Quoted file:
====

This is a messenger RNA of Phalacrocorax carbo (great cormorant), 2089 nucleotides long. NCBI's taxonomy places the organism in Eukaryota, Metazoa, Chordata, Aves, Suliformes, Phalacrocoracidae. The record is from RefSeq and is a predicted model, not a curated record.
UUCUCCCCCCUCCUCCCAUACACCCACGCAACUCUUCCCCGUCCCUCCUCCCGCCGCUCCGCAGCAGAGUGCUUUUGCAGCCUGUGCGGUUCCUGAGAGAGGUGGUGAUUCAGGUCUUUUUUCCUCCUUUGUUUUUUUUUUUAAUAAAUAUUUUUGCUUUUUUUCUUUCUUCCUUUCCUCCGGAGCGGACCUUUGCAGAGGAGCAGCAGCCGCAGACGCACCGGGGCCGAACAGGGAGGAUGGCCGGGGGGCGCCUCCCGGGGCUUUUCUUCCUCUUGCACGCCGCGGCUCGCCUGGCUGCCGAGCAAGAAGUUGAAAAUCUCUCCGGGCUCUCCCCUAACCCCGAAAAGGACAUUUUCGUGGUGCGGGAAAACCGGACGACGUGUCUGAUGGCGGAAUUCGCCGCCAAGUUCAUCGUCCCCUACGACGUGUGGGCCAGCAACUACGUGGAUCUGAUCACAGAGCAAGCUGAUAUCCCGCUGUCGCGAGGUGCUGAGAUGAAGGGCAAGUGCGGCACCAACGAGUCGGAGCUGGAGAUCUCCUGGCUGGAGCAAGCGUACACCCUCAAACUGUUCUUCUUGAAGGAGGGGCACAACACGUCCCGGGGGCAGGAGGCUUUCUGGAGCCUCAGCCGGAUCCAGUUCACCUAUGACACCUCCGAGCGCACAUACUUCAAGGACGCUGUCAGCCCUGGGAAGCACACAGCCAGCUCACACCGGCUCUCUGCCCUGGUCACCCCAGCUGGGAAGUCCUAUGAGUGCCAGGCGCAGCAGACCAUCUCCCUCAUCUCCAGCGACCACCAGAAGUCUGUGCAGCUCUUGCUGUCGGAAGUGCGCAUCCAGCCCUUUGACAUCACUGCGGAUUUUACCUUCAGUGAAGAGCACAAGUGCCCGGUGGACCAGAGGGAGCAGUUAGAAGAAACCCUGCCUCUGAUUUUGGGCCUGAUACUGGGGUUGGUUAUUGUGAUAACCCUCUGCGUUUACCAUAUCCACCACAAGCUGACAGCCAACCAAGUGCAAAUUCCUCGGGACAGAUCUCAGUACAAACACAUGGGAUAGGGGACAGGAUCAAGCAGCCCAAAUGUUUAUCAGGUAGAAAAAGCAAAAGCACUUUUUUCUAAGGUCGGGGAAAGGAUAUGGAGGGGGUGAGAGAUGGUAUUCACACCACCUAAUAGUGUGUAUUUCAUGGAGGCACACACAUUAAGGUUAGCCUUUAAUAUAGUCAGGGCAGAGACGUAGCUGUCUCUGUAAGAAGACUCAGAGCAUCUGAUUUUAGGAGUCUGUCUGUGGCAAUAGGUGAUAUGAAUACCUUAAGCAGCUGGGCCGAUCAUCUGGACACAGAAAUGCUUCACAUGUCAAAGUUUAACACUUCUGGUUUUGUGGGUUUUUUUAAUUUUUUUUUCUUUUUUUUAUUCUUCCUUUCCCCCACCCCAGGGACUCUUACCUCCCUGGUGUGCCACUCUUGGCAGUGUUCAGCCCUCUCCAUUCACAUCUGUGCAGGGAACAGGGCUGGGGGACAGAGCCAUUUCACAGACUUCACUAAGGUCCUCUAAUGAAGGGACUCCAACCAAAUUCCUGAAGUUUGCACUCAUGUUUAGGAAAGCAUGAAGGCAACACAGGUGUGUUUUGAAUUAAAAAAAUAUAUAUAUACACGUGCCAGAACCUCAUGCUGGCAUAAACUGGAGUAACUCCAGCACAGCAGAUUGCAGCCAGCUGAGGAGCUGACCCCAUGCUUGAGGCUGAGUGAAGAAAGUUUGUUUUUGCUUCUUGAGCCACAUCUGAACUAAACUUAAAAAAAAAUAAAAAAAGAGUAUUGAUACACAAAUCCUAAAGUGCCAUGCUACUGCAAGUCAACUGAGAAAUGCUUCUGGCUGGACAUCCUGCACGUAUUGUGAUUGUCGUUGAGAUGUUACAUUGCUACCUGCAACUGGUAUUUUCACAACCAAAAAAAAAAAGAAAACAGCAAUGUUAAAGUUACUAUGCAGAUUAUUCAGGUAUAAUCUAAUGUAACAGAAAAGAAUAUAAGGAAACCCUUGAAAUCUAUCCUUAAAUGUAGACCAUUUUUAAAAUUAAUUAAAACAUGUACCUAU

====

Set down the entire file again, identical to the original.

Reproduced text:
This is a messenger RNA of Phalacrocorax carbo (great cormorant), 2089 nucleotides long. NCBI's taxonomy places the organism in Eukaryota, Metazoa, Chordata, Aves, Suliformes, Phalacrocoracidae. The record is from RefSeq and is a predicted model, not a curated record.
UUCUCCCCCCUCCUCCCAUACACCCACGCAACUCUUCCCCGUCCCUCCUCCCGCCGCUCCGCAGCAGAGUGCUUUUGCAGCCUGUGCGGUUCCUGAGAGAGGUGGUGAUUCAGGUCUUUUUUCCUCCUUUGUUUUUUUUUUUAAUAAAUAUUUUUGCUUUUUUUCUUUCUUCCUUUCCUCCGGAGCGGACCUUUGCAGAGGAGCAGCAGCCGCAGACGCACCGGGGCCGAACAGGGAGGAUGGCCGGGGGGCGCCUCCCGGGGCUUUUCUUCCUCUUGCACGCCGCGGCUCGCCUGGCUGCCGAGCAAGAAGUUGAAAAUCUCUCCGGGCUCUCCCCUAACCCCGAAAAGGACAUUUUCGUGGUGCGGGAAAACCGGACGACGUGUCUGAUGGCGGAAUUCGCCGCCAAGUUCAUCGUCCCCUACGACGUGUGGGCCAGCAACUACGUGGAUCUGAUCACAGAGCAAGCUGAUAUCCCGCUGUCGCGAGGUGCUGAGAUGAAGGGCAAGUGCGGCACCAACGAGUCGGAGCUGGAGAUCUCCUGGCUGGAGCAAGCGUACACCCUCAAACUGUUCUUCUUGAAGGAGGGGCACAACACGUCCCGGGGGCAGGAGGCUUUCUGGAGCCUCAGCCGGAUCCAGUUCACCUAUGACACCUCCGAGCGCACAUACUUCAAGGACGCUGUCAGCCCUGGGAAGCACACAGCCAGCUCACACCGGCUCUCUGCCCUGGUCACCCCAGCUGGGAAGUCCUAUGAGUGCCAGGCGCAGCAGACCAUCUCCCUCAUCUCCAGCGACCACCAGAAGUCUGUGCAGCUCUUGCUGUCGGAAGUGCGCAUCCAGCCCUUUGACAUCACUGCGGAUUUUACCUUCAGUGAAGAGCACAAGUGCCCGGUGGACCAGAGGGAGCAGUUAGAAGAAACCCUGCCUCUGAUUUUGGGCCUGAUACUGGGGUUGGUUAUUGUGAUAACCCUCUGCGUUUACCAUAUCCACCACAAGCUGACAGCCAACCAAGUGCAAAUUCCUCGGGACAGAUCUCAGUACAAACACAUGGGAUAGGGGACAGGAUCAAGCAGCCCAAAUGUUUAUCAGGUAGAAAAAGCAAAAGCACUUUUUUCUAAGGUCGGGGAAAGGAUAUGGAGGGGGUGAGAGAUGGUAUUCACACCACCUAAUAGUGUGUAUUUCAUGGAGGCACACACAUUAAGGUUAGCCUUUAAUAUAGUCAGGGCAGAGACGUAGCUGUCUCUGUAAGAAGACUCAGAGCAUCUGAUUUUAGGAGUCUGUCUGUGGCAAUAGGUGAUAUGAAUACCUUAAGCAGCUGGGCCGAUCAUCUGGACACAGAAAUGCUUCACAUGUCAAAGUUUAACACUUCUGGUUUUGUGGGUUUUUUUAAUUUUUUUUUCUUUUUUUUAUUCUUCCUUUCCCCCACCCCAGGGACUCUUACCUCCCUGGUGUGCCACUCUUGGCAGUGUUCAGCCCUCUCCAUUCACAUCUGUGCAGGGAACAGGGCUGGGGGACAGAGCCAUUUCACAGACUUCACUAAGGUCCUCUAAUGAAGGGACUCCAACCAAAUUCCUGAAGUUUGCACUCAUGUUUAGGAAAGCAUGAAGGCAACACAGGUGUGUUUUGAAUUAAAAAAAUAUAUAUAUACACGUGCCAGAACCUCAUGCUGGCAUAAACUGGAGUAACUCCAGCACAGCAGAUUGCAGCCAGCUGAGGAGCUGACCCCAUGCUUGAGGCUGAGUGAAGAAAGUUUGUUUUUGCUUCUUGAGCCACAUCUGAACUAAACUUAAAAAAAAAUAAAAAAAGAGUAUUGAUACACAAAUCCUAAAGUGCCAUGCUACUGCAAGUCAACUGAGAAAUGCUUCUGGCUGGACAUCCUGCACGUAUUGUGAUUGUCGUUGAGAUGUUACAUUGCUACCUGCAACUGGUAUUUUCACAACCAAAAAAAAAAAGAAAACAGCAAUGUUAAAGUUACUAUGCAGAUUAUUCAGGUAUAAUCUAAUGUAACAGAAAAGAAUAUAAGGAAACCCUUGAAAUCUAUCCUUAAAUGUAGACCAUUUUUAAAAUUAAUUAAAACAUGUACCUAU